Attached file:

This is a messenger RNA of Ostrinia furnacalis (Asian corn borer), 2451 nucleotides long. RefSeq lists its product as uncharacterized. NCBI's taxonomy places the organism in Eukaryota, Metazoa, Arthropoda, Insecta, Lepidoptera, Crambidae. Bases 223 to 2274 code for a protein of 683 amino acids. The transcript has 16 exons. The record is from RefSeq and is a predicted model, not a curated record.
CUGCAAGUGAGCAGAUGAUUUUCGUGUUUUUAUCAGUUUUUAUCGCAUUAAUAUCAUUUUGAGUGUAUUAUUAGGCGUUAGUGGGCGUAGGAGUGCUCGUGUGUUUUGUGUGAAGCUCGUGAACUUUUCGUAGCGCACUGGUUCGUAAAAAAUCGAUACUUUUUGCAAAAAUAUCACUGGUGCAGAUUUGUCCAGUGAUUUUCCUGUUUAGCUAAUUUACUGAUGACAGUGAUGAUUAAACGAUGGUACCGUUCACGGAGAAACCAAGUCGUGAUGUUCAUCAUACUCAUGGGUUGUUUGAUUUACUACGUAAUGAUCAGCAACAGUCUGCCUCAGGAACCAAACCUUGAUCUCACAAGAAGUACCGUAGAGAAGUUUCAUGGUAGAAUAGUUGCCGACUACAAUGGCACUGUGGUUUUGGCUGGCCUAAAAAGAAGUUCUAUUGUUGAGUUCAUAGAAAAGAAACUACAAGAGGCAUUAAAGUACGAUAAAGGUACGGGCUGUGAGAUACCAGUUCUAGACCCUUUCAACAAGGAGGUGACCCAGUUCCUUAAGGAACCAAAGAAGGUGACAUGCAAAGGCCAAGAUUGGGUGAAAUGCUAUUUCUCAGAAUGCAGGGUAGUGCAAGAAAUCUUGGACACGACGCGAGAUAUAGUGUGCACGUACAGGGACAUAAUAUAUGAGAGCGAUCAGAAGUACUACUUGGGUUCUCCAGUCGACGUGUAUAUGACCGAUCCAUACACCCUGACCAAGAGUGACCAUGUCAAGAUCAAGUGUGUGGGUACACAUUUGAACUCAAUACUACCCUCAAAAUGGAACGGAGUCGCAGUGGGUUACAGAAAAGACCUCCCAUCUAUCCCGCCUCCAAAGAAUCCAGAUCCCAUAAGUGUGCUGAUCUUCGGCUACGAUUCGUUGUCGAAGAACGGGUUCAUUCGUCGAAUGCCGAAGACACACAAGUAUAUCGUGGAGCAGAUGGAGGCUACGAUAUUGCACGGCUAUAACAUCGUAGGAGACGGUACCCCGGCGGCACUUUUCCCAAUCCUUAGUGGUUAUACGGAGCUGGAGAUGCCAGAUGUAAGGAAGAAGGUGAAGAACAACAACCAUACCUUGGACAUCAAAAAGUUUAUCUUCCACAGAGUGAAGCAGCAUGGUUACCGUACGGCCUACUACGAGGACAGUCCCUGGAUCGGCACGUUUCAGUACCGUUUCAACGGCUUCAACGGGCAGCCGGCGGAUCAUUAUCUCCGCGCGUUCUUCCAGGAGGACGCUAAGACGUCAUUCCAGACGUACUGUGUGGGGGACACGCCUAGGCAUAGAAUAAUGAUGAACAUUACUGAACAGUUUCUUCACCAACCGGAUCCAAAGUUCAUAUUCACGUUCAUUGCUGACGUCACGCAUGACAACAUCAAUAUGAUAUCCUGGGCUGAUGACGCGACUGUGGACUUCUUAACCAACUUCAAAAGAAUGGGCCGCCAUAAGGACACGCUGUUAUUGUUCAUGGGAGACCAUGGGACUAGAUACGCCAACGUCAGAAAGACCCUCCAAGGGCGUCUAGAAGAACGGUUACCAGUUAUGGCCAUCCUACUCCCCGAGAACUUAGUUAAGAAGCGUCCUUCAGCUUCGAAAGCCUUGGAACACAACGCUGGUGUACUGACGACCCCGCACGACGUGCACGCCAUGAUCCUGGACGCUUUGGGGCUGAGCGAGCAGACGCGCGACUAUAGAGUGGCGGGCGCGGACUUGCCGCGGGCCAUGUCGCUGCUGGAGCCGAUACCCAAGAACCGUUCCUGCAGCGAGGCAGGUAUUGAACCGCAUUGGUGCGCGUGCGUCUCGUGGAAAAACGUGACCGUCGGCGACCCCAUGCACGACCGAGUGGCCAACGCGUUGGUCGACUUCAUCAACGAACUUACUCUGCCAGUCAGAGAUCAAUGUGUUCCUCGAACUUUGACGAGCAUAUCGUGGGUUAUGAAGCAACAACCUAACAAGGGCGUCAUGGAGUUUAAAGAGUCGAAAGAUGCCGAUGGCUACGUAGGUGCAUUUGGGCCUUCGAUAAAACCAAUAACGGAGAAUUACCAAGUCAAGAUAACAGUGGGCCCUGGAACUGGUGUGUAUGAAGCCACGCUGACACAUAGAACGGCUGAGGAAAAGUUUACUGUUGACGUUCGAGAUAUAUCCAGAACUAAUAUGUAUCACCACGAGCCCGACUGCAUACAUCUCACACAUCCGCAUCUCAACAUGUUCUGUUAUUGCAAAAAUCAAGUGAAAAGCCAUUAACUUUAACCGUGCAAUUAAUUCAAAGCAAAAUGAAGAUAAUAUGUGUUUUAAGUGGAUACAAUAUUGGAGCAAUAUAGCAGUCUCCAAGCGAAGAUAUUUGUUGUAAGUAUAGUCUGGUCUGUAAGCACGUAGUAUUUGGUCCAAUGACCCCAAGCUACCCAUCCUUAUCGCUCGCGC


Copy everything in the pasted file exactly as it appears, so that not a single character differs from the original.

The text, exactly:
This is a messenger RNA of Ostrinia furnacalis (Asian corn borer), 2451 nucleotides long. RefSeq lists its product as uncharacterized. NCBI's taxonomy places the organism in Eukaryota, Metazoa, Arthropoda, Insecta, Lepidoptera, Crambidae. Bases 223 to 2274 code for a protein of 683 amino acids. The transcript has 16 exons. The record is from RefSeq and is a predicted model, not a curated record.
CUGCAAGUGAGCAGAUGAUUUUCGUGUUUUUAUCAGUUUUUAUCGCAUUAAUAUCAUUUUGAGUGUAUUAUUAGGCGUUAGUGGGCGUAGGAGUGCUCGUGUGUUUUGUGUGAAGCUCGUGAACUUUUCGUAGCGCACUGGUUCGUAAAAAAUCGAUACUUUUUGCAAAAAUAUCACUGGUGCAGAUUUGUCCAGUGAUUUUCCUGUUUAGCUAAUUUACUGAUGACAGUGAUGAUUAAACGAUGGUACCGUUCACGGAGAAACCAAGUCGUGAUGUUCAUCAUACUCAUGGGUUGUUUGAUUUACUACGUAAUGAUCAGCAACAGUCUGCCUCAGGAACCAAACCUUGAUCUCACAAGAAGUACCGUAGAGAAGUUUCAUGGUAGAAUAGUUGCCGACUACAAUGGCACUGUGGUUUUGGCUGGCCUAAAAAGAAGUUCUAUUGUUGAGUUCAUAGAAAAGAAACUACAAGAGGCAUUAAAGUACGAUAAAGGUACGGGCUGUGAGAUACCAGUUCUAGACCCUUUCAACAAGGAGGUGACCCAGUUCCUUAAGGAACCAAAGAAGGUGACAUGCAAAGGCCAAGAUUGGGUGAAAUGCUAUUUCUCAGAAUGCAGGGUAGUGCAAGAAAUCUUGGACACGACGCGAGAUAUAGUGUGCACGUACAGGGACAUAAUAUAUGAGAGCGAUCAGAAGUACUACUUGGGUUCUCCAGUCGACGUGUAUAUGACCGAUCCAUACACCCUGACCAAGAGUGACCAUGUCAAGAUCAAGUGUGUGGGUACACAUUUGAACUCAAUACUACCCUCAAAAUGGAACGGAGUCGCAGUGGGUUACAGAAAAGACCUCCCAUCUAUCCCGCCUCCAAAGAAUCCAGAUCCCAUAAGUGUGCUGAUCUUCGGCUACGAUUCGUUGUCGAAGAACGGGUUCAUUCGUCGAAUGCCGAAGACACACAAGUAUAUCGUGGAGCAGAUGGAGGCUACGAUAUUGCACGGCUAUAACAUCGUAGGAGACGGUACCCCGGCGGCACUUUUCCCAAUCCUUAGUGGUUAUACGGAGCUGGAGAUGCCAGAUGUAAGGAAGAAGGUGAAGAACAACAACCAUACCUUGGACAUCAAAAAGUUUAUCUUCCACAGAGUGAAGCAGCAUGGUUACCGUACGGCCUACUACGAGGACAGUCCCUGGAUCGGCACGUUUCAGUACCGUUUCAACGGCUUCAACGGGCAGCCGGCGGAUCAUUAUCUCCGCGCGUUCUUCCAGGAGGACGCUAAGACGUCAUUCCAGACGUACUGUGUGGGGGACACGCCUAGGCAUAGAAUAAUGAUGAACAUUACUGAACAGUUUCUUCACCAACCGGAUCCAAAGUUCAUAUUCACGUUCAUUGCUGACGUCACGCAUGACAACAUCAAUAUGAUAUCCUGGGCUGAUGACGCGACUGUGGACUUCUUAACCAACUUCAAAAGAAUGGGCCGCCAUAAGGACACGCUGUUAUUGUUCAUGGGAGACCAUGGGACUAGAUACGCCAACGUCAGAAAGACCCUCCAAGGGCGUCUAGAAGAACGGUUACCAGUUAUGGCCAUCCUACUCCCCGAGAACUUAGUUAAGAAGCGUCCUUCAGCUUCGAAAGCCUUGGAACACAACGCUGGUGUACUGACGACCCCGCACGACGUGCACGCCAUGAUCCUGGACGCUUUGGGGCUGAGCGAGCAGACGCGCGACUAUAGAGUGGCGGGCGCGGACUUGCCGCGGGCCAUGUCGCUGCUGGAGCCGAUACCCAAGAACCGUUCCUGCAGCGAGGCAGGUAUUGAACCGCAUUGGUGCGCGUGCGUCUCGUGGAAAAACGUGACCGUCGGCGACCCCAUGCACGACCGAGUGGCCAACGCGUUGGUCGACUUCAUCAACGAACUUACUCUGCCAGUCAGAGAUCAAUGUGUUCCUCGAACUUUGACGAGCAUAUCGUGGGUUAUGAAGCAACAACCUAACAAGGGCGUCAUGGAGUUUAAAGAGUCGAAAGAUGCCGAUGGCUACGUAGGUGCAUUUGGGCCUUCGAUAAAACCAAUAACGGAGAAUUACCAAGUCAAGAUAACAGUGGGCCCUGGAACUGGUGUGUAUGAAGCCACGCUGACACAUAGAACGGCUGAGGAAAAGUUUACUGUUGACGUUCGAGAUAUAUCCAGAACUAAUAUGUAUCACCACGAGCCCGACUGCAUACAUCUCACACAUCCGCAUCUCAACAUGUUCUGUUAUUGCAAAAAUCAAGUGAAAAGCCAUUAACUUUAACCGUGCAAUUAAUUCAAAGCAAAAUGAAGAUAAUAUGUGUUUUAAGUGGAUACAAUAUUGGAGCAAUAUAGCAGUCUCCAAGCGAAGAUAUUUGUUGUAAGUAUAGUCUGGUCUGUAAGCACGUAGUAUUUGGUCCAAUGACCCCAAGCUACCCAUCCUUAUCGCUCGCGC